MCCARTHY: Well, look, I wouldn't have probably asked the question, but now that over 600 businesses have been sent an email, you know, with a breach of privacy, I have to ask those questions, Stuart. Next week we've got the Senate estimates process where I will be talking to and asking the department all of these questions because I am concerned. 

BRASH: But just to clarify, we don't have any evidence of people being sent cards as yet. 

MCCARTHY: Not that I'm aware of, but if your listeners have received it, I'd be interested to know. 

BRASH: As I would, look if anyone is a welfare recipient on the basis card, look get in contact 1300 019 783 or text me 0487 991 057. Is it possible, Senator, that people might flock to the new card in droves? Now, I say this because it's got more flexibility. You can use it in other places and you can buy tobacco on it. Do you think people might actually choose just to move on to the new card because it will be more flexible? 

MCCARTHY: Well, we know that this is the intention of the federal government, Stewart. They've made it clear in the other jurisdictions that they're rolling it out. What I've pointed out on this occasion is the concern around the compulsory nature. We've certainly not had an issue with people having voluntary view on it. But but initially this legislation was about it being compulsory. 

BRASH: But, just to stress, it's not. It is going to be voluntary, but what we want to know and I assume you do want to know is how is it being rolled out? What what is the mechanism by which it will actually get into the hands of those individuals? 

MCCARTHY: Exactly.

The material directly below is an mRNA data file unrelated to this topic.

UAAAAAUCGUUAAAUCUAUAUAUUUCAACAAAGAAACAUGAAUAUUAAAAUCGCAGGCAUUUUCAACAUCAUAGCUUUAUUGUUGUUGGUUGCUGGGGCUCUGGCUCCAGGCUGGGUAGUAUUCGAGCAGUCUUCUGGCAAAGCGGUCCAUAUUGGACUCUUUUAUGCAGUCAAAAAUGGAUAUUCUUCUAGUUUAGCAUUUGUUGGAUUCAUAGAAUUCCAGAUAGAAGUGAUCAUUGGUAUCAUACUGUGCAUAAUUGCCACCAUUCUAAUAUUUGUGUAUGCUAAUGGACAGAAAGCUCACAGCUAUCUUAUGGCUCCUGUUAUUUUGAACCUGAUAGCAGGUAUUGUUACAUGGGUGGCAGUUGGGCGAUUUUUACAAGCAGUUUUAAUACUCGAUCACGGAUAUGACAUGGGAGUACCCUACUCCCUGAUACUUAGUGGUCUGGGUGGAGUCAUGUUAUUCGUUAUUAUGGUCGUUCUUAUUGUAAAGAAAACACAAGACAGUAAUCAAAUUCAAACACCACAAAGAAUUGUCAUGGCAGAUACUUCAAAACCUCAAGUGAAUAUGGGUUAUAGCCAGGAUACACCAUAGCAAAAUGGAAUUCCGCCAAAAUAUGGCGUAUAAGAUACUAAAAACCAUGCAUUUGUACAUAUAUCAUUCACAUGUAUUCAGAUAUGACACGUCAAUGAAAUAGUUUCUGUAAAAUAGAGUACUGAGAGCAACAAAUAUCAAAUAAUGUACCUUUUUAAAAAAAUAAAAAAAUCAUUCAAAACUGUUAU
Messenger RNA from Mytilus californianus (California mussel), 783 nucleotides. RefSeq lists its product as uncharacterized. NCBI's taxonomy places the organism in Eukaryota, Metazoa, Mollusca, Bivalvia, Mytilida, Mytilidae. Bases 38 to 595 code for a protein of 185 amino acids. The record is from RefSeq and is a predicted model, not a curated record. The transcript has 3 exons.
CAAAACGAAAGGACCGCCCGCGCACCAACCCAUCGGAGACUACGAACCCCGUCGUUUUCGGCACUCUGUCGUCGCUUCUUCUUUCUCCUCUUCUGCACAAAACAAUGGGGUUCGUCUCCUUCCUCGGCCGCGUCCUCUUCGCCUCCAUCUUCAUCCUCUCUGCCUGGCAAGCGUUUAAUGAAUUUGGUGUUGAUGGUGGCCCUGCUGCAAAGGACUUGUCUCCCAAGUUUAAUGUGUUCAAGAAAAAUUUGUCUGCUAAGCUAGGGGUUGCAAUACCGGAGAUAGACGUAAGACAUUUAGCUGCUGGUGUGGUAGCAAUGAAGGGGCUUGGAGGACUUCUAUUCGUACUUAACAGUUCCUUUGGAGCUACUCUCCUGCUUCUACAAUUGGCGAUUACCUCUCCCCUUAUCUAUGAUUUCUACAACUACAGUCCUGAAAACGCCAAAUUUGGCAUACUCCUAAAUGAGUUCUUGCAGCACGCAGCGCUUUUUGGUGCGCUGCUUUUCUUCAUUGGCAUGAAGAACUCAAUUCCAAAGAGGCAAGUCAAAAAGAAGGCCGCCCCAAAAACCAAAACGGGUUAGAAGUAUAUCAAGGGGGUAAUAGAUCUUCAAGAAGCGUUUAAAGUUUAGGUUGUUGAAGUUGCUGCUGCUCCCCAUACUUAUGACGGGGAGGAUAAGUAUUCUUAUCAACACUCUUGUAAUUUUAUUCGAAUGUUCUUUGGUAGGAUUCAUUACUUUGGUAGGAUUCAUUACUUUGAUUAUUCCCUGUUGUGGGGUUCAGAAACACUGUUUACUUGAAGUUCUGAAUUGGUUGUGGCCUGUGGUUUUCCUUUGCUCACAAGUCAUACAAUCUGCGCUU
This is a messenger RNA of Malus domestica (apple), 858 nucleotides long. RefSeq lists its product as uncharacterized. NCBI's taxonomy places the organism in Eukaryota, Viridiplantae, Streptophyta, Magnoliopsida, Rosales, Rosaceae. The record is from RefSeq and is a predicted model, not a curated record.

BRASH: With that in mind, at the moment on the basics card, you can't buy tobacco. Is that a concern that under this, where we have the worst rates of tobacco use in the country, we have the highest rates amongst our Indigenous population of tobacco use, that we're now essentially making this into a tobacco card? 

MCCARTHY: Well, of course, that's a concern. I mean, only the Aboriginal health organisations, the hospitals, those areas where we've been concerned about cancer rates, of course, that's a concern in terms of the sale of alcohol on one card as opposed to not on another card. You've also got the sale of pornography on one card, which initially was the cause of the Intervention in terms of bringing in the basics card. So there's many contradictory reasons behind how this card is being rolled out. Then you hear from recipients across the other states who say that it's just unjust and unfair and they're left without having any monies whatsoever to do other things. 

BRASH: That may be the other case in other states where they've been trialling it, but we've we've had the basics card, which was, of course, kept in by Labor governments over many years as well. So let's not be, let's be honest, Labor has had a role in keeping the basics card in the Northern Territory. Is it not possible that people say, well, actually, I like the flexibility, I like what I'm able to do with this card and will voluntarily move on to it and make the basics card a thing of the past. 

MCCARTHY: Labor's never had a opposition to income management per se, Stewart. We've realised over the years there has to be that option. In particular for those people, whether it's in the court system or other matters. But what we have had a concern with was always about the compulsory nature of this particular card, and that's no longer the case. Now we need to get feedback from recipients across the Northern Territory as to how this rollout is occurring. I mean, let's remember the minister's own report, a $15 million dollar report has said that this card is not the answer to those problems that she's raised in the Senate.